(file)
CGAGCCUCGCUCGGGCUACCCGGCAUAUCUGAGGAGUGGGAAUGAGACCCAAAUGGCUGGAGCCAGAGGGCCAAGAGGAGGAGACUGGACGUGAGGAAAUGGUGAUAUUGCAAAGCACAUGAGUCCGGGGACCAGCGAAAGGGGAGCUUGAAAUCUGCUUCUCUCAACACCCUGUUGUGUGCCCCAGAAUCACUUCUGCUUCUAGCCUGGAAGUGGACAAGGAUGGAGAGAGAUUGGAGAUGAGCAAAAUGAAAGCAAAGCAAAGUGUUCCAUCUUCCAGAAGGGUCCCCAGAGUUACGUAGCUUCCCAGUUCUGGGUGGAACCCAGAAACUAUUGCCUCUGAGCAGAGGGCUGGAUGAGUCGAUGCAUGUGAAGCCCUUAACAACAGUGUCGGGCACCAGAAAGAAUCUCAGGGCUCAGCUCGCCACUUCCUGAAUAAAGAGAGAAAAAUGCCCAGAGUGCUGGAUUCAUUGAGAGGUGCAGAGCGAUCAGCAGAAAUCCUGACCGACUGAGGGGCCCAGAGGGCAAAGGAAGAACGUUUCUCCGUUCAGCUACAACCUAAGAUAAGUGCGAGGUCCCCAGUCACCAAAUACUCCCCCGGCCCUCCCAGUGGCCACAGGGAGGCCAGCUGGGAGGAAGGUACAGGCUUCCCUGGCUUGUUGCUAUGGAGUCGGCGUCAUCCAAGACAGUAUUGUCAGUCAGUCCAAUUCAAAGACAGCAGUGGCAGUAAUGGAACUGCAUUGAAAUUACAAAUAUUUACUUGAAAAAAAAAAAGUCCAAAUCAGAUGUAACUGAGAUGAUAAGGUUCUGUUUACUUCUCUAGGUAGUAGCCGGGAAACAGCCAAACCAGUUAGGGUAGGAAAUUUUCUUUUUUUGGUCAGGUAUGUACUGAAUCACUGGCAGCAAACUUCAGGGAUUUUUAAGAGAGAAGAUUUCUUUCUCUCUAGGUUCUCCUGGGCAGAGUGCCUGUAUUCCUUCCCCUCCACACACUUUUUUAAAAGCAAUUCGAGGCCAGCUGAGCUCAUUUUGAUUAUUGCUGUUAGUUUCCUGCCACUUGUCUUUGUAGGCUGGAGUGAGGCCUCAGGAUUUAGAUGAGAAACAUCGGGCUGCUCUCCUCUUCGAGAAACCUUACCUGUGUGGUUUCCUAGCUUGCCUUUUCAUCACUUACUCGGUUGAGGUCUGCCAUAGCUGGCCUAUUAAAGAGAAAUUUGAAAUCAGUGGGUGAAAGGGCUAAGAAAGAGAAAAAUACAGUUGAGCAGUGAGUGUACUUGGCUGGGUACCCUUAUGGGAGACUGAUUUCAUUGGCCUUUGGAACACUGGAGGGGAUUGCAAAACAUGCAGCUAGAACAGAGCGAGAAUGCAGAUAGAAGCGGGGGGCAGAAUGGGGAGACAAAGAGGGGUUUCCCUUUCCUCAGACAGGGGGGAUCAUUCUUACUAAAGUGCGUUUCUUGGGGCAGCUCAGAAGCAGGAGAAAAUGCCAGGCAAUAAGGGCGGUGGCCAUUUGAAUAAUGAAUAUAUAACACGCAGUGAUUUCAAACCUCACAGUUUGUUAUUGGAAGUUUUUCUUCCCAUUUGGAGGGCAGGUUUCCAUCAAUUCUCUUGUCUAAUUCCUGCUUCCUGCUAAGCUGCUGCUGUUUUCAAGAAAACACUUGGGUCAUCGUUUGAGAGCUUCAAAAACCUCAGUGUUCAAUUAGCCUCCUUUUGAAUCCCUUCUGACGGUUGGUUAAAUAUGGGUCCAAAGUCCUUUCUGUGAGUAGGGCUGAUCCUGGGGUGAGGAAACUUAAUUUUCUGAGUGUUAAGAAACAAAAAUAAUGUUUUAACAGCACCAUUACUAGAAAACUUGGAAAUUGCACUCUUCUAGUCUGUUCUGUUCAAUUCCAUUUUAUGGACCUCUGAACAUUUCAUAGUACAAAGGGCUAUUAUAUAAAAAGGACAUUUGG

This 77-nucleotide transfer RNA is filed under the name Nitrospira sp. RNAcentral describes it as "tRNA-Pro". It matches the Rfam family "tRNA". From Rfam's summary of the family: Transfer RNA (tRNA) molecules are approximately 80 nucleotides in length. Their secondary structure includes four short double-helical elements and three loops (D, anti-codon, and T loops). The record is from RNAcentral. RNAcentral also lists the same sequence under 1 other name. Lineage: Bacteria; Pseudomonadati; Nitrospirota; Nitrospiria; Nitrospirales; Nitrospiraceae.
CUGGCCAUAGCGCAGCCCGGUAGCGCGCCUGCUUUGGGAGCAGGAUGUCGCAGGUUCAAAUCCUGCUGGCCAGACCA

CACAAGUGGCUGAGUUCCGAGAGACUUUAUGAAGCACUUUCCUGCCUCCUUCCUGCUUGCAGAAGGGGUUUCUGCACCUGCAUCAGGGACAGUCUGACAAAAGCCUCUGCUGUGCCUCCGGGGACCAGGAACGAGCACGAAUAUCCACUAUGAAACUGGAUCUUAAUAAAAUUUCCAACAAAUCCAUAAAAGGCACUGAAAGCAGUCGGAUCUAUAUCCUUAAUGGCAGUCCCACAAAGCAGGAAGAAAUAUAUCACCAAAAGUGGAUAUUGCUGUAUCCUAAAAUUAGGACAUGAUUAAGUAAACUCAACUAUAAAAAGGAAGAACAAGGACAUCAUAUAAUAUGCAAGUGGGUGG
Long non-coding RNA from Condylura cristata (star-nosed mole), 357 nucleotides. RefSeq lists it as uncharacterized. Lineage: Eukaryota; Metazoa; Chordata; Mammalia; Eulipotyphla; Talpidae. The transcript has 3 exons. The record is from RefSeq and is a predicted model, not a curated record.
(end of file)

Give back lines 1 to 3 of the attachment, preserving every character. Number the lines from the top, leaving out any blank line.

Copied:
CGAGCCUCGCUCGGGCUACCCGGCAUAUCUGAGGAGUGGGAAUGAGACCCAAAUGGCUGGAGCCAGAGGGCCAAGAGGAGGAGACUGGACGUGAGGAAAUGGUGAUAUUGCAAAGCACAUGAGUCCGGGGACCAGCGAAAGGGGAGCUUGAAAUCUGCUUCUCUCAACACCCUGUUGUGUGCCCCAGAAUCACUUCUGCUUCUAGCCUGGAAGUGGACAAGGAUGGAGAGAGAUUGGAGAUGAGCAAAAUGAAAGCAAAGCAAAGUGUUCCAUCUUCCAGAAGGGUCCCCAGAGUUACGUAGCUUCCCAGUUCUGGGUGGAACCCAGAAACUAUUGCCUCUGAGCAGAGGGCUGGAUGAGUCGAUGCAUGUGAAGCCCUUAACAACAGUGUCGGGCACCAGAAAGAAUCUCAGGGCUCAGCUCGCCACUUCCUGAAUAAAGAGAGAAAAAUGCCCAGAGUGCUGGAUUCAUUGAGAGGUGCAGAGCGAUCAGCAGAAAUCCUGACCGACUGAGGGGCCCAGAGGGCAAAGGAAGAACGUUUCUCCGUUCAGCUACAACCUAAGAUAAGUGCGAGGUCCCCAGUCACCAAAUACUCCCCCGGCCCUCCCAGUGGCCACAGGGAGGCCAGCUGGGAGGAAGGUACAGGCUUCCCUGGCUUGUUGCUAUGGAGUCGGCGUCAUCCAAGACAGUAUUGUCAGUCAGUCCAAUUCAAAGACAGCAGUGGCAGUAAUGGAACUGCAUUGAAAUUACAAAUAUUUACUUGAAAAAAAAAAAGUCCAAAUCAGAUGUAACUGAGAUGAUAAGGUUCUGUUUACUUCUCUAGGUAGUAGCCGGGAAACAGCCAAACCAGUUAGGGUAGGAAAUUUUCUUUUUUUGGUCAGGUAUGUACUGAAUCACUGGCAGCAAACUUCAGGGAUUUUUAAGAGAGAAGAUUUCUUUCUCUCUAGGUUCUCCUGGGCAGAGUGCCUGUAUUCCUUCCCCUCCACACACUUUUUUAAAAGCAAUUCGAGGCCAGCUGAGCUCAUUUUGAUUAUUGCUGUUAGUUUCCUGCCACUUGUCUUUGUAGGCUGGAGUGAGGCCUCAGGAUUUAGAUGAGAAACAUCGGGCUGCUCUCCUCUUCGAGAAACCUUACCUGUGUGGUUUCCUAGCUUGCCUUUUCAUCACUUACUCGGUUGAGGUCUGCCAUAGCUGGCCUAUUAAAGAGAAAUUUGAAAUCAGUGGGUGAAAGGGCUAAGAAAGAGAAAAAUACAGUUGAGCAGUGAGUGUACUUGGCUGGGUACCCUUAUGGGAGACUGAUUUCAUUGGCCUUUGGAACACUGGAGGGGAUUGCAAAACAUGCAGCUAGAACAGAGCGAGAAUGCAGAUAGAAGCGGGGGGCAGAAUGGGGAGACAAAGAGGGGUUUCCCUUUCCUCAGACAGGGGGGAUCAUUCUUACUAAAGUGCGUUUCUUGGGGCAGCUCAGAAGCAGGAGAAAAUGCCAGGCAAUAAGGGCGGUGGCCAUUUGAAUAAUGAAUAUAUAACACGCAGUGAUUUCAAACCUCACAGUUUGUUAUUGGAAGUUUUUCUUCCCAUUUGGAGGGCAGGUUUCCAUCAAUUCUCUUGUCUAAUUCCUGCUUCCUGCUAAGCUGCUGCUGUUUUCAAGAAAACACUUGGGUCAUCGUUUGAGAGCUUCAAAAACCUCAGUGUUCAAUUAGCCUCCUUUUGAAUCCCUUCUGACGGUUGGUUAAAUAUGGGUCCAAAGUCCUUUCUGUGAGUAGGGCUGAUCCUGGGGUGAGGAAACUUAAUUUUCUGAGUGUUAAGAAACAAAAAUAAUGUUUUAACAGCACCAUUACUAGAAAACUUGGAAAUUGCACUCUUCUAGUCUGUUCUGUUCAAUUCCAUUUUAUGGACCUCUGAACAUUUCAUAGUACAAAGGGCUAUUAUAUAAAAAGGACAUUUGG

This 77-nucleotide transfer RNA is filed under the name Nitrospira sp. RNAcentral describes it as "tRNA-Pro". It matches the Rfam family "tRNA". From Rfam's summary of the family: Transfer RNA (tRNA) molecules are approximately 80 nucleotides in length. Their secondary structure includes four short double-helical elements and three loops (D, anti-codon, and T loops). The record is from RNAcentral. RNAcentral also lists the same sequence under 1 other name. Lineage: Bacteria; Pseudomonadati; Nitrospirota; Nitrospiria; Nitrospirales; Nitrospiraceae.
CUGGCCAUAGCGCAGCCCGGUAGCGCGCCUGCUUUGGGAGCAGGAUGUCGCAGGUUCAAAUCCUGCUGGCCAGACCA